Much has been made of the potential of virtual reality (VR), but look beyond the dorky-looking goggles and you can see there’s a lot of amazing experiences already available today in something called 360 video.
Now, 360 video provides a “free-look” sort of experience that enables you to move your view around as a video plays, making it a more engaging experience than typical videos.
It’s not exactly VR, however, because it doesn’t provide the enveloping sensation or immerse you in a simulated world. Plus, you don’t have gloves and other sensory accessories to make things truly funky.
Still, 360 video is here and it’s real. One of the best examples of this is a news report just hours ago from The Guardian showing the ravages of war on the frontlines of Mosul, Iraq (see above).
So many pictures and words have already described the situation in news reports about the ongoing conflict there.
However, if you follow the 360 video from reporter Ghaith Abdul-Ahad, you’ll be almost sitting next to him as he travels in a car through the region. Or scanning a burning oil field that shows the extent of the devastation.
Never before could a journalist bring readers so close to the action, or have them interact as closely to experience the situation themselves.
While games and other simulations have been the main uses touted for VR and also 360 videos, the real world could prove more compelling with the new technology.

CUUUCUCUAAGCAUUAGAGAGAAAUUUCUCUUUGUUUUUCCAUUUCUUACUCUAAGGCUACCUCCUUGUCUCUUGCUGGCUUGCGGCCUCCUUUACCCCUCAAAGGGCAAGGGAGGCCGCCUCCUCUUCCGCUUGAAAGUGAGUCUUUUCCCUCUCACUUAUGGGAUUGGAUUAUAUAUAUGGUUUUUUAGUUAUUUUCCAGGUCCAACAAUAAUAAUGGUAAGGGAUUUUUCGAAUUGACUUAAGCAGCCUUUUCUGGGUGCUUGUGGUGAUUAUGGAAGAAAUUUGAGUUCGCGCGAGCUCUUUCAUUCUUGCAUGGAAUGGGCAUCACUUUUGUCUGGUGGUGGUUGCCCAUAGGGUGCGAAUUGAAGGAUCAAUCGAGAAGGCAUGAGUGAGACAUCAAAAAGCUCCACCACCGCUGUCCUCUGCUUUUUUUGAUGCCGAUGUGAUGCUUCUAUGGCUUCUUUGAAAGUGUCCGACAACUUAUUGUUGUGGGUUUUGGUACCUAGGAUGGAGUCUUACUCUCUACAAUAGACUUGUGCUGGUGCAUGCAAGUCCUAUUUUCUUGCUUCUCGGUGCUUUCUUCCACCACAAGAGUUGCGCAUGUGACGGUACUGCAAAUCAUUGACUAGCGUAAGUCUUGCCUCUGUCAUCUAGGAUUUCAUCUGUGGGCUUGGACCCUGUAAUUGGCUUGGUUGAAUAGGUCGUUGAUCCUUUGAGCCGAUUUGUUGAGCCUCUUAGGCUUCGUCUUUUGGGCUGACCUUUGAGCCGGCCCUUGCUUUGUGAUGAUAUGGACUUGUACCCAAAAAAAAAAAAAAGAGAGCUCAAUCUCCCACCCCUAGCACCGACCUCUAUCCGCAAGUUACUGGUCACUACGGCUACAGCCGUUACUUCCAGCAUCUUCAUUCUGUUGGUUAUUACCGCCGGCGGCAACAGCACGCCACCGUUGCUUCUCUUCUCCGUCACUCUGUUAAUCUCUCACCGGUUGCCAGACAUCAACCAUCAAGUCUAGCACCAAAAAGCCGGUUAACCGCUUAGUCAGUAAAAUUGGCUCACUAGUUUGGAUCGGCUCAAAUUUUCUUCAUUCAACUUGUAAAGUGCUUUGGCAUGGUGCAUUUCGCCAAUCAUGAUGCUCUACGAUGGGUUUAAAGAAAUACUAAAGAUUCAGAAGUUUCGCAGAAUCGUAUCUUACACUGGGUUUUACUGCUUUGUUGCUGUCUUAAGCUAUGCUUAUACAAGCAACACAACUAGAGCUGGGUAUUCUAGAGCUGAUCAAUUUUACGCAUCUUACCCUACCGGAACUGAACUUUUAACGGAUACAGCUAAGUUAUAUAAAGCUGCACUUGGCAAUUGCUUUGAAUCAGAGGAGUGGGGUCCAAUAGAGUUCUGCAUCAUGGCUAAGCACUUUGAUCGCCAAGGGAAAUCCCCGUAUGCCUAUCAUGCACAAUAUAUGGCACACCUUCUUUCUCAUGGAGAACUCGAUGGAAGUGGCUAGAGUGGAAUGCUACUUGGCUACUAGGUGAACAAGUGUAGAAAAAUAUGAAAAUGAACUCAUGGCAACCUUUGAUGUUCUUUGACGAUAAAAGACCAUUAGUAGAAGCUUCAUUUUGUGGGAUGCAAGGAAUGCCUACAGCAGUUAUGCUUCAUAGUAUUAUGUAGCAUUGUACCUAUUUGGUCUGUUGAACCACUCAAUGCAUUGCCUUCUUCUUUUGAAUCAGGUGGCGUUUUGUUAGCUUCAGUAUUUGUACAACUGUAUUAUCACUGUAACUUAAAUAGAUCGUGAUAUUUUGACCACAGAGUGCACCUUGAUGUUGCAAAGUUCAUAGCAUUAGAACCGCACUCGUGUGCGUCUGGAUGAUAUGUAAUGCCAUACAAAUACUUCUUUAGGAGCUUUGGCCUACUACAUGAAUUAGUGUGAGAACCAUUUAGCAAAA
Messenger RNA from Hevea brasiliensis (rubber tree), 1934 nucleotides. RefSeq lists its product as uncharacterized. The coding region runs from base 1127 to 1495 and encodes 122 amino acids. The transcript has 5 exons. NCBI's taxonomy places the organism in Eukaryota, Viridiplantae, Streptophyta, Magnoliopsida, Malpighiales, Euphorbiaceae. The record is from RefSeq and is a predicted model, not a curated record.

Besides frontline reports, events recorded in 360 also prevent a richer experience than typical videos. Think of a wedding dinner, for example, where a 360 video lets you look around the ballroom and relive the evening.
Late last year, parts of the Singapore Fashion Week were streamed live via 360 videos. Viewers can look around the scene with their mouse or finger taps. All they needed was to head to the annual event’s website.
The Singapore-based company behind this, Cgangs VR, used custom-made cameras that automatically stitched together various video streams to deliver a seamless experience. What made the event unique was that it was live and of broadcast quality.
The company is an offshoot of Cgangs of China, a country that is actually ahead of the world in VR and 360 videos. Already, people could pay a small amount to view a live concert, for example, if they did not manage to buy a ticket to head there in person.
All this points to an interesting future for 360 video. While VR goggles evolve to become lighter and more comfortable to wear, 360 videos are already paving the way for more immersive experiences online.
What will accelerate the takeup even more is user-generated content. While consumer 360 cameras from GoPro or other brands are still lacking many features that offer broadcast-quality videos, there’s no stopping people from taking more such videos in future.
Just as YouTube moved from grainy videos in the early days to 4K clips today, 360 video already looks set to offer new immersive experiences.